1.   Personal data shall be rectified if inaccurate and, where this is possible and necessary, completed or updated.

2.   Personal data shall be erased or made anonymous when they are no longer required for the purposes for which they were lawfully collected or are lawfully further processed. Archiving of those data in a separate data set for an appropriate period in accordance with national law shall not be affected by this provision.

3.   Personal data shall be blocked instead of erased if there are reasonable grounds to believe that erasure could affect the legitimate interests of the data subject. Blocked data shall be processed only for the purpose which prevented their erasure.

4.   When the personal data are contained in a judicial decision or record related to the issuance of a judicial decision, the rectification, erasure or blocking shall be carried out in accordance with national rules on judicial proceedings.

Article 5

Establishment of time limits for erasure and review

Appropriate time limits shall be established for the erasure of personal data or for a periodic review of the need for the storage of the data. Procedural measures shall ensure that these time limits are observed.

Article 6

Processing of special categories of data

The processing of personal data revealing racial or ethnic origin, political opinions, religious or philosophical beliefs or trade-union membership and the processing of data concerning health or sex life shall be permitted only when this is strictly necessary and when the national law provides adequate safeguards.

Article 7

Automated individual decisions

A decision which produces an adverse legal effect for the data subject or significantly affects him and which is based solely on automated processing of data intended to evaluate certain personal aspects relating to the data subject shall be permitted only if authorised by a law which also lays down measures to safeguard the data subject’s legitimate interests.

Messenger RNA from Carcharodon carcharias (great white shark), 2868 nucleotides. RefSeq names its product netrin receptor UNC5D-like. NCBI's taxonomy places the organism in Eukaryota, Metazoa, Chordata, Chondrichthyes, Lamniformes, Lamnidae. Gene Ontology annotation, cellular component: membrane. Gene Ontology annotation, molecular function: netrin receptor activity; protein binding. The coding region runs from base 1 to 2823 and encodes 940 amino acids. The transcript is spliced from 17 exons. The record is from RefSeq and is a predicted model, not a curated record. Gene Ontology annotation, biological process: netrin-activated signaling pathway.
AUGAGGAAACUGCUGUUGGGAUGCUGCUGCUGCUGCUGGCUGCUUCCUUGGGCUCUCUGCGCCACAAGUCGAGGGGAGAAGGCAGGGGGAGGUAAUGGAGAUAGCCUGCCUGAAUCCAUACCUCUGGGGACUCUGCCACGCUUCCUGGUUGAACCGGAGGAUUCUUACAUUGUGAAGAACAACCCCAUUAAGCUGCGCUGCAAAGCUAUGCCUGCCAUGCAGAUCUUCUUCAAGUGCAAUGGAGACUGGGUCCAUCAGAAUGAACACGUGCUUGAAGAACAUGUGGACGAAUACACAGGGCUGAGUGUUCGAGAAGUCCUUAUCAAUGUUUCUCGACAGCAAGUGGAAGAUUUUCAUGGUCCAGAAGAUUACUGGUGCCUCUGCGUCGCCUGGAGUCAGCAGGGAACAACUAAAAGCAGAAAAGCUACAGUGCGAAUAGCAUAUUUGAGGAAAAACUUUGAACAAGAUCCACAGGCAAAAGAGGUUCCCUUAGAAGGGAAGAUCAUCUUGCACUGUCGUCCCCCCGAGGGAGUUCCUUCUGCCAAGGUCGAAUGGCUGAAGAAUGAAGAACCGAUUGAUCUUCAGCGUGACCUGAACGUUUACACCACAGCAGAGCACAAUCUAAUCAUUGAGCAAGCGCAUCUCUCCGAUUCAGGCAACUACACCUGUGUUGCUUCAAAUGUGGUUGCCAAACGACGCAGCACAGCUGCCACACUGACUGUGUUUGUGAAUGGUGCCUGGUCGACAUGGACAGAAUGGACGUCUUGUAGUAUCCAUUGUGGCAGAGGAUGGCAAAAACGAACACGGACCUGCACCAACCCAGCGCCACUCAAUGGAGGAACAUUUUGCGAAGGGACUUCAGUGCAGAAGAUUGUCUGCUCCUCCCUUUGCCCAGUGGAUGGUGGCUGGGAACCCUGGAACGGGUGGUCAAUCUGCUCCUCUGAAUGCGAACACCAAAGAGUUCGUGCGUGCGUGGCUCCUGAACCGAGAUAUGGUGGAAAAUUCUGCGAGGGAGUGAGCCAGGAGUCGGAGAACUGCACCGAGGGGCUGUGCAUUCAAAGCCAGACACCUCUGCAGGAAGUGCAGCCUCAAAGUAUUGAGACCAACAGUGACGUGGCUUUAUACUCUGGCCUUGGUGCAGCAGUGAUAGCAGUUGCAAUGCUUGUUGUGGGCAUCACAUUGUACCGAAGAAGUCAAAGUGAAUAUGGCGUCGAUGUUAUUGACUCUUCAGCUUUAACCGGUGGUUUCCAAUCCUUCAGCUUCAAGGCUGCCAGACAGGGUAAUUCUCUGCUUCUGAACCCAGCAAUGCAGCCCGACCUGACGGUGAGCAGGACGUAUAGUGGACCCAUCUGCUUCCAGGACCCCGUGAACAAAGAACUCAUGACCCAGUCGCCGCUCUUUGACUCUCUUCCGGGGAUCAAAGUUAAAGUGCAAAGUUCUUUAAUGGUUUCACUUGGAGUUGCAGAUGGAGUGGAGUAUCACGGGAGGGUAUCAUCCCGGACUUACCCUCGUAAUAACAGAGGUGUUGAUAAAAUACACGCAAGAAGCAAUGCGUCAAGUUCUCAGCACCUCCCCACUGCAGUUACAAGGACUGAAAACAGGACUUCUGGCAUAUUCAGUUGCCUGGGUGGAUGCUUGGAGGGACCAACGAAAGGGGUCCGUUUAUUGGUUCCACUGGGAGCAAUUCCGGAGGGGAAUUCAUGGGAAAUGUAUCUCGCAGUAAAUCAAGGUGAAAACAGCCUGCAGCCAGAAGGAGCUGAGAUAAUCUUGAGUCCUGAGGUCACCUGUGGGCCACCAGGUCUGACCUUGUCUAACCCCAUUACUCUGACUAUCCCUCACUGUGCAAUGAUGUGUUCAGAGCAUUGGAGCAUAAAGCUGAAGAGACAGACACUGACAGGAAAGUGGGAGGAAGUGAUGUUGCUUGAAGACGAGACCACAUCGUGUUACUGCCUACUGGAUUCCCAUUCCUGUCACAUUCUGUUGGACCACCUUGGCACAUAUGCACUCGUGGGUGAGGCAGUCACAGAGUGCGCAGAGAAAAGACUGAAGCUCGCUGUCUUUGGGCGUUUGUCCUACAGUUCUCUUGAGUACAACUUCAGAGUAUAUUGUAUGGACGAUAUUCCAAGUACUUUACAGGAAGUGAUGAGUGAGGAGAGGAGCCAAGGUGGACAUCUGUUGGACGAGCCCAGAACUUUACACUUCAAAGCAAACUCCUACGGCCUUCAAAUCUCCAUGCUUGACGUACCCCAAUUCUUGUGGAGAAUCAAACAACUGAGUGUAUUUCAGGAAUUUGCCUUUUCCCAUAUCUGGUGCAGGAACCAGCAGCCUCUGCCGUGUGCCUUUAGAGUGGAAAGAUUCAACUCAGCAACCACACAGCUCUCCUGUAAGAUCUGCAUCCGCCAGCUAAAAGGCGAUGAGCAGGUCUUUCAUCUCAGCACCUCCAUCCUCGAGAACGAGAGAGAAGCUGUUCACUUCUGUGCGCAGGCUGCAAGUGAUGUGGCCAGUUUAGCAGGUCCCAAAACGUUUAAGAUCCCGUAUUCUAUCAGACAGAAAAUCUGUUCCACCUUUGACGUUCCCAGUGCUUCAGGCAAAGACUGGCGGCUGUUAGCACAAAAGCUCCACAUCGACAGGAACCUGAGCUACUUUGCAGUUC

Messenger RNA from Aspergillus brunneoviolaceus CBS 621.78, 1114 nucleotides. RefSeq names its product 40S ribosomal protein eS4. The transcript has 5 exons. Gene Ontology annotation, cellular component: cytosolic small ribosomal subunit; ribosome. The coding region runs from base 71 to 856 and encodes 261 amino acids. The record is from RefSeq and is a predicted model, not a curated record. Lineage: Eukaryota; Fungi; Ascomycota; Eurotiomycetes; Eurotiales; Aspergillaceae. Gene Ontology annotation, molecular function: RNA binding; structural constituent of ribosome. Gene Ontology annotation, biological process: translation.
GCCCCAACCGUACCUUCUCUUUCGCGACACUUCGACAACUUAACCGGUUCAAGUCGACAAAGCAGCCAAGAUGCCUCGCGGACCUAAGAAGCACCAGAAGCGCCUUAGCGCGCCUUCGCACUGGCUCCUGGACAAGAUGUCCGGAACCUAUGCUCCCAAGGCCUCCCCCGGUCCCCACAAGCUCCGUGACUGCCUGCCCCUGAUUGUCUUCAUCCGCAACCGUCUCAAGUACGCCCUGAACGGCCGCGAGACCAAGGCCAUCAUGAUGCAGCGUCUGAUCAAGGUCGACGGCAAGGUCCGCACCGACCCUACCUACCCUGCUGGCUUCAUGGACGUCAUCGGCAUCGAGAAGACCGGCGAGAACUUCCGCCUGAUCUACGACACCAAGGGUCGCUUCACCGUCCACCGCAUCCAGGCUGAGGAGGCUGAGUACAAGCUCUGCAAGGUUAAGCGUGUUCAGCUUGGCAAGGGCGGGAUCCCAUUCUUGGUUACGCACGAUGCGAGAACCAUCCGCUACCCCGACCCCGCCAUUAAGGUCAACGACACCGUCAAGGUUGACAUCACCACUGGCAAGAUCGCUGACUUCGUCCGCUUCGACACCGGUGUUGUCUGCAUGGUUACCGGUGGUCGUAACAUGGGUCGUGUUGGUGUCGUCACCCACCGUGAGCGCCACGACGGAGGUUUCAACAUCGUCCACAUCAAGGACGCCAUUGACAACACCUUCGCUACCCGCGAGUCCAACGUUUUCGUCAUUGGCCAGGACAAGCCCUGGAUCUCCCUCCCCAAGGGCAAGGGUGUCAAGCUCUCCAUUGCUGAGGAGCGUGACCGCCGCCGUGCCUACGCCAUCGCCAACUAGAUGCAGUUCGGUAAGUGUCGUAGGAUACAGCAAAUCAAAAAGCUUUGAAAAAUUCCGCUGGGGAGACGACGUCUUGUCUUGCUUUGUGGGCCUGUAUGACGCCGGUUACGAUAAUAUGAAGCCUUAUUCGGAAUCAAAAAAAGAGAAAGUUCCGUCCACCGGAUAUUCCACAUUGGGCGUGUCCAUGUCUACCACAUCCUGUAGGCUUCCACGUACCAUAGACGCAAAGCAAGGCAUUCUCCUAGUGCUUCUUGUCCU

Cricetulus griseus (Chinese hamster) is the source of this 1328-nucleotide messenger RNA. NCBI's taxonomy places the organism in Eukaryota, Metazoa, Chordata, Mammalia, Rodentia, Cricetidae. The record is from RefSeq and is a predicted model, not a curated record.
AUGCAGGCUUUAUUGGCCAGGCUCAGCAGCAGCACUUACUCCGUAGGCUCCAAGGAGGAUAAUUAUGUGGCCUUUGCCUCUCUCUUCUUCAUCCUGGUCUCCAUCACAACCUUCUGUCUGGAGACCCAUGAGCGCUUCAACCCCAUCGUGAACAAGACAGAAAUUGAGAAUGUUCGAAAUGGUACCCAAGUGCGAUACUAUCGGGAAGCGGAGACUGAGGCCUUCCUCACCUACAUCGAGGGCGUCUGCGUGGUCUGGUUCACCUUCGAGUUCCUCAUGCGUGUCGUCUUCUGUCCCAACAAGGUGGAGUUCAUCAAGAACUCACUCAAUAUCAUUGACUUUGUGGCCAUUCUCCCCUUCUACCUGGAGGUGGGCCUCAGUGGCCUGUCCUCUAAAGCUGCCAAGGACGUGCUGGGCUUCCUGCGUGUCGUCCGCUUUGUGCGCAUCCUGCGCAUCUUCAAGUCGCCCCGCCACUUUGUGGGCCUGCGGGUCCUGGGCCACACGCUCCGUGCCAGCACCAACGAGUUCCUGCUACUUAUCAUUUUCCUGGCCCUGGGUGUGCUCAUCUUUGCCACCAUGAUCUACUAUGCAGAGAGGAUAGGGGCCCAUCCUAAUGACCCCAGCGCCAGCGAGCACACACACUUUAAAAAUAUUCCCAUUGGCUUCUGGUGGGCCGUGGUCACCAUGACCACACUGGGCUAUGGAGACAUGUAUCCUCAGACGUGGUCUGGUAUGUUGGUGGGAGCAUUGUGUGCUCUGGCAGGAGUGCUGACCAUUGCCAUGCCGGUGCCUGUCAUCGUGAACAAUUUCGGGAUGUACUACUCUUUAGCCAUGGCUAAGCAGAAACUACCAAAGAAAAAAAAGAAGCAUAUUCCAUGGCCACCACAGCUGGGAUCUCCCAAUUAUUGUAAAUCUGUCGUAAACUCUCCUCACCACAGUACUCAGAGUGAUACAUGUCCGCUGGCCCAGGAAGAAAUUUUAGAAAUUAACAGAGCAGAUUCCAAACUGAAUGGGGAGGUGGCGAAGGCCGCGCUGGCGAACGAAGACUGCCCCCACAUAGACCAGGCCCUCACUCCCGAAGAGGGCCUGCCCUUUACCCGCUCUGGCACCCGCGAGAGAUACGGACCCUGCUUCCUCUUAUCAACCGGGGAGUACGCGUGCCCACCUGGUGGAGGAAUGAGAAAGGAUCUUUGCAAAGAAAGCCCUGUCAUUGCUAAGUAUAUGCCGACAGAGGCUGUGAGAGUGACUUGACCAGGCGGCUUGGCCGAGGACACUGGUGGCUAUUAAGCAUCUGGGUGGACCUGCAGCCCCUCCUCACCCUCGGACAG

Article 8

Verification of quality of data that are transmitted or made available

1.   The competent authorities shall take all reasonable steps to provide that personal data which are inaccurate, incomplete or no longer up to date are not transmitted or made available. To that end, the competent authorities shall, as far as practicable, verify the quality of personal data before they are transmitted or made available. As far as possible, in all transmissions of data, available information shall be added which enables the receiving Member State to assess the degree of accuracy, completeness, up-to-dateness and reliability. If personal data were transmitted without request the receiving authority shall verify without delay whether these data are necessary for the purpose for which they were transmitted.

2.   If it emerges that incorrect data have been transmitted or data have been unlawfully transmitted, the recipient must be notified without delay. The data must be rectified, erased, or blocked without delay in accordance with Article 4.

Article 9

Time limits

1.   Upon transmission or making available of the data, the transmitting authority may in line with the national law and in accordance with Articles 4 and 5, indicate the time limits for the retention of data, upon the expiry of which the recipient must erase or block the data or review whether or not they are still needed. This obligation shall not apply if, at the time of the expiry of these time limits, the data are required for a current investigation, prosecution of criminal offences or enforcement of criminal penalties.